In the beginning of this series, I left off with having finished the initial pattern block and the first test muslin (See Part 1). With a working block created, I was free to start drafting the real pattern. To do this, I needed to figure out how to incorporate the synthetic insulation, zippered pockets, and create methods to channel the various draw cords. The project moved along steadily during the drafting period, then hit some major hurdles during construction. It required some on-the-spot alterations, and a lot of seam ripping, but the final product fits and looks professional!
Continue reading “The Puff Jacket: Part 2”
I’ve tried a couple of different pattern drafting books in the past, and neither of them have been very good. There are missing steps, poorly written directions, elusive measurements that don’t work, etc. Fortunately, I stumbled across Myoungok Kim and Injoo Kim’s book, Pattern Making for Menswear: Classic to Contemporary. This book has the most clear instructions and diagrams I’ve seen in a drafting book, and produces fast and accurate results.
Continue reading “Torso Sloper Draft and Book Review”
This is the Oslo Coat from Tessuti Fabrics, made in a heavy weight, plain weave wool. This was made for my Mom’s 70th Birthday. I bought the fabric from Tissu Fabrics, which I think has the best fabrics available in the Salt Lake City area. The pattern is also one the better drafted patterns I have come across, with some very intricate details coming together perfectly. Continue reading “Tessuti Fabrics Oslo Coat”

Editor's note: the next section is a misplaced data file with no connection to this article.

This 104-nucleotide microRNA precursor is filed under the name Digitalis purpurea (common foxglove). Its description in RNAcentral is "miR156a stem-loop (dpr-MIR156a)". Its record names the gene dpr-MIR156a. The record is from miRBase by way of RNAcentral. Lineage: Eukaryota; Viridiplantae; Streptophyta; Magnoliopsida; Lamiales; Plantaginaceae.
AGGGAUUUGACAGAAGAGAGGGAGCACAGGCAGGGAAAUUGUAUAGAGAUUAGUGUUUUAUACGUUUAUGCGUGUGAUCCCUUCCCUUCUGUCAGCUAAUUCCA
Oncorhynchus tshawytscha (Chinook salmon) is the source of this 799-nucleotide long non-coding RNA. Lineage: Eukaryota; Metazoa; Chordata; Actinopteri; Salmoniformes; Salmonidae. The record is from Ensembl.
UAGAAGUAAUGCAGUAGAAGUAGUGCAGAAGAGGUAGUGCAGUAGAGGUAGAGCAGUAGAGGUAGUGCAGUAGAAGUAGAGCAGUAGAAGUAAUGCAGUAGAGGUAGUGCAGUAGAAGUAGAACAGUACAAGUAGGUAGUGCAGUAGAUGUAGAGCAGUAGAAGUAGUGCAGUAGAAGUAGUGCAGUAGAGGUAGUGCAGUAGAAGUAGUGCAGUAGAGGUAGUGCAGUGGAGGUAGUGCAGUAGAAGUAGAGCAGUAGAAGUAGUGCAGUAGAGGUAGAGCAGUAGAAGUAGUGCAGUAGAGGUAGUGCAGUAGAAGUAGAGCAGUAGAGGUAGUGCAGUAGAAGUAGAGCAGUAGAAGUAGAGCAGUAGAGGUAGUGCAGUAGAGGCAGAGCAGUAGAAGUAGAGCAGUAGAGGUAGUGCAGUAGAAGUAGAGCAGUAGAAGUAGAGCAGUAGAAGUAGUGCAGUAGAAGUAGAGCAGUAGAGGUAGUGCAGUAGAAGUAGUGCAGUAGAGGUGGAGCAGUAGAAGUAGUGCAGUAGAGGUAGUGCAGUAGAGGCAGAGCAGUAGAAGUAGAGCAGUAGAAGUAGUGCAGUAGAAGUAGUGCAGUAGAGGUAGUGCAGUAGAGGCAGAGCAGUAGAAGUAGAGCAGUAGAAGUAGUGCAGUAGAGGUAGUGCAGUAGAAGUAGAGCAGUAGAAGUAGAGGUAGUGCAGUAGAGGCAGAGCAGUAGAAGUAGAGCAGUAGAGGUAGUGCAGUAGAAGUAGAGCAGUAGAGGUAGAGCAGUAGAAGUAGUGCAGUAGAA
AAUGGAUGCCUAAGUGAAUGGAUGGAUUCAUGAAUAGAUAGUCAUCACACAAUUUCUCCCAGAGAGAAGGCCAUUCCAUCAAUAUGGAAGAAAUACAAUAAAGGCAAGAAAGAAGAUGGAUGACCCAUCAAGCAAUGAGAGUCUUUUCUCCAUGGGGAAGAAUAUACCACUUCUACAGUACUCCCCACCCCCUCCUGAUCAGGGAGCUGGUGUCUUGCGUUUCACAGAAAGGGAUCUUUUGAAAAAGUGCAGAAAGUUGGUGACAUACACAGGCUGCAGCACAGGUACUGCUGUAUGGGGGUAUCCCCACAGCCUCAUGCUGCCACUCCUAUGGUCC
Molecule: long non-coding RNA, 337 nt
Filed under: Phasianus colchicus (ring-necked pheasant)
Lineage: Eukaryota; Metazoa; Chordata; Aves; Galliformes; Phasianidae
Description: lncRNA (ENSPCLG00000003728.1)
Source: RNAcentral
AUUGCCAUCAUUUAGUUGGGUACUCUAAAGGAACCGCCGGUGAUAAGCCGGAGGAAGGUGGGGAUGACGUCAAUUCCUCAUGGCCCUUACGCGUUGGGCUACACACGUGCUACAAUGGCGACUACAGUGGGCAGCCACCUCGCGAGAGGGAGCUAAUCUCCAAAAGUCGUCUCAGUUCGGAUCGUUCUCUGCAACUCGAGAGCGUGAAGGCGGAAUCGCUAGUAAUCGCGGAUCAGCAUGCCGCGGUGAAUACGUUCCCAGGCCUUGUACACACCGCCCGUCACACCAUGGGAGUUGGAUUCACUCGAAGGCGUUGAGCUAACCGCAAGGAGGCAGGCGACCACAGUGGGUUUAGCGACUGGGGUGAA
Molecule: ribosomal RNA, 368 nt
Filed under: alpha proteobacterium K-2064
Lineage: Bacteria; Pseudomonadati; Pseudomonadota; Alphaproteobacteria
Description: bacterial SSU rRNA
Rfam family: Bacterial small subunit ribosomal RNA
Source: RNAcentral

My wife needed a new vest for bird hunting this year, and I figured why not make one? I sketched the main portions of the vest pattern off of her old one, then created a whole new set-up with added conveniences for her. The project finished very nicely, and this should be a long lasting and functional vest. Continue reading “Making an Upland Hunting Vest”
Over the past three weeks or so, I’ve been slowly picking my way through a reverse engineering of a favorite pair of pants. These military surplus pants finally died this year, after many adventures, and were some of my favorite pants yet. What I thought was going to be an easy tear apart and copy, turned into an involved project that took quite a while longer than expected. Continue reading “Reverse Engineered Field Pants”